If you like Christmas, you should really consider celebrating in Mexico. The holiday lasts nearly two weeks, starting with nine nights of posadas (more on that below), followed by Christmas Eve and Christmas Day.
Here in Chacala, the holiday is festive and fun, but not overdone. There are no large displays of Christmas lights, blow-up Santas, or nativity scenes like you typically see in neighborhoods across the U.S. Rather, a Chacala home might have one string of lights, or a small tree in the family room, or a wreath on the front door, and not much else. Although the town may be light on decorations (which, personally, I don’t miss), it is rich in celebrations.
Posadas are evening processions of people to various locations around town. They are symbolic pilgrimages to find shelter – representing the one that Mary and Joseph made on the eve of Jesus’s birth. In Chacala, a posada would start by the ringing of the church bell. Kids and parents would then gather at the church, and then proceed to the posada location for that evening, all the way singing songs like Burrito Sabanero and Rudolfo el Reno. Once at the location, usually someone’s home, a special song would be sung by the procession asking for shelter from the host. The song would go back and forth, with the “pilgrims” singing a verse, and hosts singing a verse, until the end when the hosts welcomed the pilgrims in.
Once inside, there would usually be a candy-filled piñata or two for the kids to break, and other treats like cake, fruit juice, or a small meal. This goes on for nine nights. Then comes actual Christmas Eve and Christmas Day. Lucky for us, the first posada was hosted by our neighbor right outside our front door! From Maya’s perspective, Mexican Christmas is like Halloween, Christmas and Hanukkah combined, otherwise known as the BEST HOLIDAY EVER. Seriously, we had more candy in our home after the end of posada season than after any Halloween we’ve celebrated thus far. And we didn’t even attend all the posadas. By the time Christmas Day rolled around, Maya had memorized the special song that is sung when kids whack the piñata, and was singing it almost nonstop for days.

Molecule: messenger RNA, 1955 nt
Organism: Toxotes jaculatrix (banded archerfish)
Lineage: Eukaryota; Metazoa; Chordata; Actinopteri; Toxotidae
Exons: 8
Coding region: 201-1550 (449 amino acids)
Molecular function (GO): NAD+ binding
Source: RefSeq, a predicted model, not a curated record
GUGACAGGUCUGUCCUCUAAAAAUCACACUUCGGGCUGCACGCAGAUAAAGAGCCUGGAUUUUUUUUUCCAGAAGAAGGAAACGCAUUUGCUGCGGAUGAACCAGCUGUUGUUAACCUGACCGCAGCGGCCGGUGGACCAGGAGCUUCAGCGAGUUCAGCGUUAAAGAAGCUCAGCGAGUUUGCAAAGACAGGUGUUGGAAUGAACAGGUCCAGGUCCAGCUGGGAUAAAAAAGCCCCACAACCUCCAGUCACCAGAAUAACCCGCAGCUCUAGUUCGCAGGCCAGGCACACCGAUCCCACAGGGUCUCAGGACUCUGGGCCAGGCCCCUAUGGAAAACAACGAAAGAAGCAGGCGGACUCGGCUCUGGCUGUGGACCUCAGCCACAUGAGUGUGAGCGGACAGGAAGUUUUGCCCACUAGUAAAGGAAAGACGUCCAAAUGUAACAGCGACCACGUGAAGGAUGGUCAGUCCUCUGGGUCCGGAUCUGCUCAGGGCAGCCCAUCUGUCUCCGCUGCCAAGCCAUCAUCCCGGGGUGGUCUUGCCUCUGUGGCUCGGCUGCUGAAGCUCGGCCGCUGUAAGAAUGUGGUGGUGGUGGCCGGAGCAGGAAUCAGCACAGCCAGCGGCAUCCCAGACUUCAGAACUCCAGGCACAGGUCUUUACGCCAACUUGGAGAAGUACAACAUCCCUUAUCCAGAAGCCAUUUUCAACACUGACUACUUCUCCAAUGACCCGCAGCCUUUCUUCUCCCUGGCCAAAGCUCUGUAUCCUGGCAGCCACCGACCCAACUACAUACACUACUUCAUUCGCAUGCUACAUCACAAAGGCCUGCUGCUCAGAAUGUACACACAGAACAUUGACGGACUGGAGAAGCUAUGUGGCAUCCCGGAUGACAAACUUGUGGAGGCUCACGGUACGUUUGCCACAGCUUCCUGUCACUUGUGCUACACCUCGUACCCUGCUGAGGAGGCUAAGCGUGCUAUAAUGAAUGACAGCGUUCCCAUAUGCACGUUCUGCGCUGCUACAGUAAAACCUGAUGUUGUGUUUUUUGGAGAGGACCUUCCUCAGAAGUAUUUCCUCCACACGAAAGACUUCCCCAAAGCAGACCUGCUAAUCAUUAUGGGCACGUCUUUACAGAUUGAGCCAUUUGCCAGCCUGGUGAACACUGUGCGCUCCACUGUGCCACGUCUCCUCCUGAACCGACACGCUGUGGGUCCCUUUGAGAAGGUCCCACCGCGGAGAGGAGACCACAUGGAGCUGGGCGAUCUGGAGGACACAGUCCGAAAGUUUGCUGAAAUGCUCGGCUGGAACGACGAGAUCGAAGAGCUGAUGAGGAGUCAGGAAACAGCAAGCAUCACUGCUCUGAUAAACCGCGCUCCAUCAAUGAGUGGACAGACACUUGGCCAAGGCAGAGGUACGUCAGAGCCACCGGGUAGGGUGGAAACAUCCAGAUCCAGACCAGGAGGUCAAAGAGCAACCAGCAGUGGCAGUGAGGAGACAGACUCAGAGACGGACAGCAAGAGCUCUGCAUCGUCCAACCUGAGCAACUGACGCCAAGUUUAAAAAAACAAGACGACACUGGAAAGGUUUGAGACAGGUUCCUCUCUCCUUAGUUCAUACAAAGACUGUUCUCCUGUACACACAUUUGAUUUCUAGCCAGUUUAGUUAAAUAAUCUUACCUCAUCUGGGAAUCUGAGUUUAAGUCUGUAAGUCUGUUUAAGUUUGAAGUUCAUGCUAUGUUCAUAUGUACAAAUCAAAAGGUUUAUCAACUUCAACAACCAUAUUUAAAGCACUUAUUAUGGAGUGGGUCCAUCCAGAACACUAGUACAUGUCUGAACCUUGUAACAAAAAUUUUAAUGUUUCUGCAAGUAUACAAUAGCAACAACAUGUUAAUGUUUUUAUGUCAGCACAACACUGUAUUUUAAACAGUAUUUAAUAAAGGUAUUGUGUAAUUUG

Maya’s school, El Jardín, hosted a special posada for the community where the kids and teachers performed adorable renditions of the 12 Nights of Christmas and Silent Night, and put on a shadow puppet play about caring for nature. There was tamales, ensalada and ponche to eat and drink, artwork to buy that the kids had made, and even a bonfire. The teachers helped the kids throw sage branches into the fire to symbolize shedding the things that do not serve them. Later, Brian and I used the bonfire to teach the kids how to make s’mores, which quickly devolved into kids torching their marshmallows for fun and waving sticks of gooey fire around. 🙂
The whole evening was beautiful and magical and absolutely NOTHING like what you might see at a typical preschool Christmas party in the USA. (Can you imagine a bonfire at a preschool in our litigious society?) And, of course, Santa Claus showed up at the end of the evening to give the kids goodies and hear what they wanted for Christmas.
The final posada took place the evening before Christmas Eve. In Chacala, it was celebrated not with a procession and treat feast, but with a sweet and simple gathering at the local church to sing holiday songs. What made it extra special for us was to share it with Brian’s sister (Nadine), her husband (Jeff) her son (Chris) and his fiancé (Samantha), who had all flown in to visit us that very same day from Vermont and North Carolina. We literally picked them up from the airport in Puerto Vallarta, drove back to Chacala, dumped their luggage at their casitas, and then took them to the church to participate in their first Mexican cultural experience. They had a ball. It was the perfect way to kick off a great vacation together – one that my brother-in-law proclaimed numerous times throughout his stay was his BEST VACATION EVER! 🙂
We celebrated Christmas Eve by preparing an amazing dinner of fresh grilled fish and my nephew Chris’ famous General Tso’s chicken. We also made “Christmas margaritas” – margaritas colored red with a splash of jamaica (hibiscus) tea and a wedge of bright green lime. Having Brian’s family in town made our holiday celebration extra special.
Next update: A sneak peak at Maya’s new school – El Jardín!